Whatever happened to Record Store Guy?
Nick Hornby ponders what happened to the folks from Championship Vinyl
If anyone should know what happened to the fascinating species that anyone who ever walked into a record store had to deal with, it’s Nick Hornby. After all, along with this infamous story from The Onion (though this one was also smartly on the money), Hornby’s High Fidelity did much to place some flesh and blood on the guys (and it was usually guys) on the other side of the record store counter who always knew more than you about the music you were thinking of buying. They also, naturally, had better taste than you. In music, anyway. And probably film too. And, yep, books as well.
Hornby has written a piece in the current issue of Billboard where he muses about what happened to the characters who populated his mythical store Championship Vinyl. If he was to write a sequel, where would people like Rob and Laura be now, 20 years on? What would they be doing to make a living in 2015?
In real life, the record store guys that Hornby used to know have scattered to the four winds. “The owner of the independent store where I used to hang out is now a real estate agent; his former partner part-owns the lingerie shop that now occupies the same site. And when I asked Facebook friends from all over the world where their record-store guys had disappeared to, it was hard to see a pattern in the information they provided: postman, vintner, pornography writer, psychotherapist, drummer, bookstore assistant, waiter, tropical fish breeder … All one can say for sure is that selling scratched copies of Replacements albums didn’t help anyone lay down a conventional career path.”
But if you think all those record store clerks have completely disappeared and taken up alternative careers, think again. Hornby makes the point that there have been some survivors in his ‘hood and elsewhere too. “A surprising number of the old places simply never closed. They have seen off Borders, Tower and Virgin, and they have the place to themselves. They’re not getting rich, but those clerks are still there, still sneering at your bad choices, offering you an understated but supportive raise of the eyebrow for your good ones.”
Moreover, they’ve survived the real onslaught of digital, the competition that most observers thought would really finish them off. Back when Hornby wrote High Fidelity, there was mutterings about the internet coming down the track, but a world where every single tune or album in the world was availabe to you a click away was still the stuff of vivid imaginations and jetpacks to many minds. But that day arrived and some stores stuck around to keep selling music to their constituencies, surprising many – including some of the owners – in the process.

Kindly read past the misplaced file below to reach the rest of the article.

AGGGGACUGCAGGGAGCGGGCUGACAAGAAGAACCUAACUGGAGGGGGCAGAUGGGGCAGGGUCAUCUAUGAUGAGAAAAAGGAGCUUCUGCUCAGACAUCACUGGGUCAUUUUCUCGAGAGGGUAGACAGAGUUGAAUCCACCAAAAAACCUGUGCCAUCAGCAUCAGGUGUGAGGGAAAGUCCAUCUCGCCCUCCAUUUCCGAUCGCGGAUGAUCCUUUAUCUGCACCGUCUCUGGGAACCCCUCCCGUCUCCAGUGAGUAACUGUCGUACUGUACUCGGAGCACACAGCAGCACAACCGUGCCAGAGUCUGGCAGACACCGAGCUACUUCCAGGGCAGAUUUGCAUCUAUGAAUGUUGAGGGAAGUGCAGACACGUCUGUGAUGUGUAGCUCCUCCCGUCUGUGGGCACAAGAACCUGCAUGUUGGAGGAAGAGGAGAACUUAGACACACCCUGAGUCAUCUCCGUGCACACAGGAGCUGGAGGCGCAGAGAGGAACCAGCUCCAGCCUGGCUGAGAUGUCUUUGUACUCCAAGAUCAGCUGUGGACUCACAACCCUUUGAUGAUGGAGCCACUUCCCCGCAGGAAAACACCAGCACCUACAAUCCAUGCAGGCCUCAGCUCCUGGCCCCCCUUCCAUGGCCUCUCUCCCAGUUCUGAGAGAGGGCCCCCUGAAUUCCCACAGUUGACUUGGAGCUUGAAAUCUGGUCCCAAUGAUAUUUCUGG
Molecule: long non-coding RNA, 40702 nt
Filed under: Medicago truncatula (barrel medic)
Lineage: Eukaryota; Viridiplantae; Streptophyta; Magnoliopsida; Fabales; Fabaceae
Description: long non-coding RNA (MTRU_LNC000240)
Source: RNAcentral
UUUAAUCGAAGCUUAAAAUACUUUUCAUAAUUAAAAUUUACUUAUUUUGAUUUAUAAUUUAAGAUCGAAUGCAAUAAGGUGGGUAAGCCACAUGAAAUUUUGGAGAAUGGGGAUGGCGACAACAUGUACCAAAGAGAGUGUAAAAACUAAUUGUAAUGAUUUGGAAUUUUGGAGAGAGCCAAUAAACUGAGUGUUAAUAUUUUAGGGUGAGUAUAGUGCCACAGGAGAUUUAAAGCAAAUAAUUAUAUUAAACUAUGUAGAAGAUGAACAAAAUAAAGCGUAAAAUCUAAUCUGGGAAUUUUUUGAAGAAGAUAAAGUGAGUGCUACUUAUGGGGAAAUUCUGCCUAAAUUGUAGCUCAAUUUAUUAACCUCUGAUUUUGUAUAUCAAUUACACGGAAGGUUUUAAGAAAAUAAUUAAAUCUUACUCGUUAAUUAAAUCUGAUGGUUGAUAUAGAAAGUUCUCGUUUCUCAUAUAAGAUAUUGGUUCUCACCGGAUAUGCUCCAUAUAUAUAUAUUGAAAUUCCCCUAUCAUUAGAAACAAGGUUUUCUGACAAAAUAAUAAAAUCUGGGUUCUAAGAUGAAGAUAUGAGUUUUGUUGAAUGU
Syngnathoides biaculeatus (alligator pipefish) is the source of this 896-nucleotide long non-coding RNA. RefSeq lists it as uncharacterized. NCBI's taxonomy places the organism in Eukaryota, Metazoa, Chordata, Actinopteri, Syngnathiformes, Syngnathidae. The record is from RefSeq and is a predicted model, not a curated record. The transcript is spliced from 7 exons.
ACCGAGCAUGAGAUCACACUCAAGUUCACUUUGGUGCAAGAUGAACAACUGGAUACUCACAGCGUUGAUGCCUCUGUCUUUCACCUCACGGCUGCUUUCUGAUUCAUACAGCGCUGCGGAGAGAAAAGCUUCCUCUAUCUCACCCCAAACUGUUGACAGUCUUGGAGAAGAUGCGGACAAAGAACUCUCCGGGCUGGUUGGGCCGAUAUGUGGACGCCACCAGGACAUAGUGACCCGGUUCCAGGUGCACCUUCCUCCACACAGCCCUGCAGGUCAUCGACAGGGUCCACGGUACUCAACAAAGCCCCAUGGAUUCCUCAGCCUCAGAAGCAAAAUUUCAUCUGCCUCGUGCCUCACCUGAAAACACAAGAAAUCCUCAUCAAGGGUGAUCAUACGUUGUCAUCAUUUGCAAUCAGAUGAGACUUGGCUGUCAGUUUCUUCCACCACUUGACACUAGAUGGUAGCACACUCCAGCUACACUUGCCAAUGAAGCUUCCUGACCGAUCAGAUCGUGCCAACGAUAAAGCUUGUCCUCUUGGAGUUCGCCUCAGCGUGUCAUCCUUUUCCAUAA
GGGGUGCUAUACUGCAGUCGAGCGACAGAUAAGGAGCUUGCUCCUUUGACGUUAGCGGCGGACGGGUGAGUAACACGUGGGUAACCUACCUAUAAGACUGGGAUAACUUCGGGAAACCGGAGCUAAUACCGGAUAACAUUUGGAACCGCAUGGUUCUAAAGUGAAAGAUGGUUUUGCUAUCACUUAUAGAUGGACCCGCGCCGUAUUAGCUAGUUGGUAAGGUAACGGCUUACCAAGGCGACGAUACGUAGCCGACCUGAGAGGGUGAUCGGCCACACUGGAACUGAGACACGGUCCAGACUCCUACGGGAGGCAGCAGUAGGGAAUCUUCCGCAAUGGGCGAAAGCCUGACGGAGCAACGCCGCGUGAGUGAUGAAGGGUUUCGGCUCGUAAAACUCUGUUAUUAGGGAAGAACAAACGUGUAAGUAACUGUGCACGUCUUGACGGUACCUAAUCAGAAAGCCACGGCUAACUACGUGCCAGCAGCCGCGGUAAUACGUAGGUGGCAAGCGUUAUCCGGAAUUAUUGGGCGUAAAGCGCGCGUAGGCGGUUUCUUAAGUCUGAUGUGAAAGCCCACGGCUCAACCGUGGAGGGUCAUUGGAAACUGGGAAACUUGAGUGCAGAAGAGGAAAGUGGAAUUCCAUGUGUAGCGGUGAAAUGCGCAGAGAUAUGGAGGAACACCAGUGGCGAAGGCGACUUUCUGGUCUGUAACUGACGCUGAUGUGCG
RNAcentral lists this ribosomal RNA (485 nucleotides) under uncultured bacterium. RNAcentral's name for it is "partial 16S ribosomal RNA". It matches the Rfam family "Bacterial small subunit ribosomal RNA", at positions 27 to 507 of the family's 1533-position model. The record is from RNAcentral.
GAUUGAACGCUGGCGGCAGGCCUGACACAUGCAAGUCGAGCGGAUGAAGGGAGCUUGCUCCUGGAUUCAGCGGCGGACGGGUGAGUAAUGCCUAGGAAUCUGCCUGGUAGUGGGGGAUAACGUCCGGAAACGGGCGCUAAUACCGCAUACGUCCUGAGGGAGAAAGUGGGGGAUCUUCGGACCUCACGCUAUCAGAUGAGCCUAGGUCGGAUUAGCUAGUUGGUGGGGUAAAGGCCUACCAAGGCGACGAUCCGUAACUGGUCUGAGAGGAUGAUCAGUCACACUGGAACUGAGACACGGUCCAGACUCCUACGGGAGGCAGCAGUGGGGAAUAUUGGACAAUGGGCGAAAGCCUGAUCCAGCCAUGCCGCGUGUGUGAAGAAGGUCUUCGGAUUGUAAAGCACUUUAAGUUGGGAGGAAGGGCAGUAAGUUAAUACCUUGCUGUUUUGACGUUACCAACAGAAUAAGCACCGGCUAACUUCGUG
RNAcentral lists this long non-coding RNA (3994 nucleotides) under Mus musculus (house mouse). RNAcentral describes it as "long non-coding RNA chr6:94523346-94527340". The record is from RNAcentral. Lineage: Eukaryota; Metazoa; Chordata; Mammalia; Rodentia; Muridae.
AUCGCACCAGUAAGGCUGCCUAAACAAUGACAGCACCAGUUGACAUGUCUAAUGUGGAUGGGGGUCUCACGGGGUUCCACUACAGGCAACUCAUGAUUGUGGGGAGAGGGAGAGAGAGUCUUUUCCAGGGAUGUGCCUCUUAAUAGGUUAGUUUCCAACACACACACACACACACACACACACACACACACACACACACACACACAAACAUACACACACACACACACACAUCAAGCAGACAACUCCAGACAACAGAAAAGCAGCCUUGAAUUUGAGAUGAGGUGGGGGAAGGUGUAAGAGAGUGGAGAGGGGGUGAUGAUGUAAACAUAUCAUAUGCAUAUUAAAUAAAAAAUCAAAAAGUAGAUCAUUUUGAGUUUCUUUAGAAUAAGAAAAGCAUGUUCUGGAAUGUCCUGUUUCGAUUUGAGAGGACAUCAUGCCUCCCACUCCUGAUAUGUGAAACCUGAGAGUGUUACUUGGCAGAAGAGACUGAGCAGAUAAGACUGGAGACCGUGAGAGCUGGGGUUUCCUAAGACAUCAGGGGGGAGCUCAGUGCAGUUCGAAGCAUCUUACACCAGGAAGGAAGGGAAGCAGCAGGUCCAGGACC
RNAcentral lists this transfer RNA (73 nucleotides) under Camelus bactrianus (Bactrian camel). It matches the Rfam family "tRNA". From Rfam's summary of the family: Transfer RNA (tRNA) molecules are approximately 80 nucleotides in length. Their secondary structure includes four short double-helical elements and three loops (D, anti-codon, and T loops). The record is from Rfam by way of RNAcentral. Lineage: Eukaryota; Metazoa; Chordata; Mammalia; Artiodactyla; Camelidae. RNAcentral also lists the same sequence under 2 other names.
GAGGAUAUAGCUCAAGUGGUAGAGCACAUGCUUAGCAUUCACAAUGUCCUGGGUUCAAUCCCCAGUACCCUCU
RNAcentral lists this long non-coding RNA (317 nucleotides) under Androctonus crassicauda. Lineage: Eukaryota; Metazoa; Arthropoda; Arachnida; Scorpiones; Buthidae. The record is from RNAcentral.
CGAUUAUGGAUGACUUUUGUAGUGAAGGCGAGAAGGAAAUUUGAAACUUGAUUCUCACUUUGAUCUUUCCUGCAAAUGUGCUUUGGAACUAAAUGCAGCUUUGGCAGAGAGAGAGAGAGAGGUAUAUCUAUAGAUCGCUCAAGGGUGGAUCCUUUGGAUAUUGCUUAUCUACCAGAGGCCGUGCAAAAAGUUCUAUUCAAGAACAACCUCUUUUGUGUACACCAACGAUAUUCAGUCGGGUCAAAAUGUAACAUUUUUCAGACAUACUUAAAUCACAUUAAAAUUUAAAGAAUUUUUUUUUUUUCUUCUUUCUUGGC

It’s down to social networks, says Hornby. Like the bookstores which have resisted the rise and rise of Amazon and other online sellers, these stores still exist so we can show off our tastes. “The arts are the most elaborate and most precise social network ever invented, but if it’s going to work properly, you have to get out of the house sometimes and show who you are and what you love. You have to go to shows and galleries and bookstores, you have to ask for what you want out loud. And this expression of taste must involve an impulse that, at its heart, is anti-democratic: Somewhere you have to believe that what you like is better than what all those other losers like.”
It’s a decent theory. You might have every track by every new hip indie and alternative act out of Williamsburg on your laptop, but you don’t want to just stay in your bedroom or at your desk listening to them unless you’re a particularly joyless form of loser. You want to go out there and hang out with people who like the same kind of music. Many would argue that this social network now gathers around live shows in clubs and smaller venues, but there’s also a place for the record stores that have stayed open in all of this. They really did become the community centres we thought they were after all.